- The spinach coconut sauce was also very mild and soupy so it didn’t do much. Basil instead of spinach would have given it more flavour and the lack of creaminess made it taste watered down.
- “This tart ale has a subtle black pepper finish which complements the smoky, peppery qualities of the dumpling” $12.50
- This is available all throughout May.
- It was a bit robust for my liking and if the fun gwau wasn’t as bland and light I think it would have held up better with this beer.
- Local Wing Wing sausage, shiitake mushroom and taro root with cauliflower puree $7 With brew pairing $11
- These were delicious! I would come back for these!
- I’ve never had anything like them, which is good so that I have nothing to compare to! It was something new and different that worked!
- There was nothing traditional about it, but the combination of ingredients was spot on!
- It was a very rich appetizer and hands down the best thing I had here.
- The pan fried dumpling had a crispy nutty skin and creamy soft filling of pureed taro root mixed with bits of savoury and sweet cured Chinese sausage (Wing Wing is the brand), and juicy sweet Shiitake mushrooms. Great texture and flavour!
- It was so different dipping them into a creamy sauce rather than vinegar, but it worked!
- The cauliflower puree was silky smooth with lots of butter and its richness complemented the creamy texture of the taro root filling. Both were rich and creamy, but their flavours distinct and perfectly matched.
- I feel like the cauliflower puree had some celery root in the background and it was dynamic and sweet and almost like a velouté it was so creamy.
- I highly recommend asking the Jiaoza to be fried extra crispy because I had ones that weren’t as golden brown and they weren’t as good.
- “The sweetness of the cured sausage needs this medium-bodied beer which also has enough crispness to cut through the richness” $6
- This is available on their regular menu.
- These dumplings were so rich I personally prefer having them with tea, but I could see where they were going with this pairing.
- It was crisp, but it also had a mild honey flavour to it which went nicely with the dumplings.
- Curried Pemberton beef brisket $7 With brew pairing $11
- These looked very professional and based on presentation I was impressed.
- Sheng Jian Bao is a Shanghainese dim sum dish, and that’s another cuisine that’s hard to tackle and perfect, so I was quite excited to try these.
- This was a Shanghainese Sheng Jian Bao meets a Chinese curry pork pastry.
- I wasn’t a fan of this and I prefer the traditional Sheng Jian Bao instead – see Pan Fried Pork Buns.
- Okay, now not comparing them to the real deal, these ones were still only okay.
- The filling tasted similar to the beef curry puff pastry buns you would find at a Chinese bakery, except the seasonings were off.
- The curry powder was too strong and there was a lack in savoury flavour and depth.
- The bun was a good thickness with a crispy bottom and the inside was filled with shredded beef brisket, onions and carrots.
- It was tender and a bit oily rather than juicy.
- The soft mantou bun was well executed and the filling was a mild spicy, but it just tasted like curry powder.
Phillips Blue Black (341ml)
- “Robust mid-palette beer enhances the richness of the beef, while the malty flavour complements the curry style” $6
- I missed my photo of it, but this is available all throughout May.
- I didn’t have enough of this to really comment.
- When submerged in hot water, these hand rolled pearls unfurl a fragrant medium character $6.50
- The teas are from Tea Laves and this one was delicious. It was a beautiful sweet Jasmine tea that was floral in aroma and flavour with a hint of green tea in the background.
- For the creme de la creme of Jasmine Pearl Tea, see my post for Sphere Jasmine Tea.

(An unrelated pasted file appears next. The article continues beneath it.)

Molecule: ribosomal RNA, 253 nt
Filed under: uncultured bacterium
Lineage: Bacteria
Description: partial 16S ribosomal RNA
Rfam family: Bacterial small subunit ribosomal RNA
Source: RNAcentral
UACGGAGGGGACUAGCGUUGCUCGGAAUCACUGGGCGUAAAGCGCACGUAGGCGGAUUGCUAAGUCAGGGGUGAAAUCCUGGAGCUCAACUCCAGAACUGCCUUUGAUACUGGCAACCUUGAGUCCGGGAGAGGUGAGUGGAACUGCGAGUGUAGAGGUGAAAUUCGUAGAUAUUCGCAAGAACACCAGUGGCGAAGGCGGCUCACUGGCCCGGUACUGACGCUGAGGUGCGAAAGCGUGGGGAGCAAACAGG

The desserts are all made in house, but I kind of feared them. As you already know, or don’t know, I’m not a fan of Chinese desserts. The good thing is, is that these were barely Chinese! Definitely catered to a Western palate these desserts were not bad. On the other hand I was hoping to see more Chinese influence. I sound contradicting, but what I mean is that there are ways of sticking to Chinese desserts, but just making them modern.
- If it’s vegan, it’s not a panna cotta, well it’s not an authentic panna cotta at least.
- This was more like a coconut jello and the ginger flavour was so faint and only kicked in at the very end and only after a few bites.
- It was topped with a mandarin compote, but there was nothing very good about this dessert.
- The sesame praline was also soft like a cookie so it wasn’t crunchy as it should be although still tasty.
- It really bothers me when they call coconut jello or pudding “panna cotta” because it sets you up with expectations and you end up getting disappointed since it’s nowhere close to one.
- It was better than the Coconut Panna Cotta at Terracotta Modern Chinese, but I would rather have the the Ginger Panna Cotta at Bao Bei Chinese Brasserie any day, which was an actual panna cotta and an excellent one for that matter.
- $7 (Contains dairy)
- This was almost a straight up American dessert. I guess they tried with the anise, but maybe they could do a sesame crust or a coconut key lime custard.
- It was a large slice and it was thick, rich and creamy, but I wanted more of a key lime tang.
- A key lime pie also requires some whipped cream, so I was hoping for that.
- It wasn’t too sweet and there was key lime zest, but that tang is important to me.
- It was a thin, tender and soft graham cracker crust which I’m not sure if it was supposed to be crunchy or not.
- The anise honey drizzle was a great idea, but I don’t remember it making much of an impact because I didn’t know that’s what it was until re-reading the description now.
- $7 (Contains dairy)
- I really enjoyed this, but it was more Indian inspired than Chinese inspired.
- It was a rich and dense bittersweet moist chocolate cake that was perhaps made from ground almond (?).
- It’s quite indulgent and there was an aromatic scent of cardamom that was strong, but not overpowering.
- It was topped with a chocolate sauce and the texture was very soft and creamy and all very decadent.
- As good as it was, I wouldn’t be able to have a full piece, but I wouldn’t object to a few bites for sure!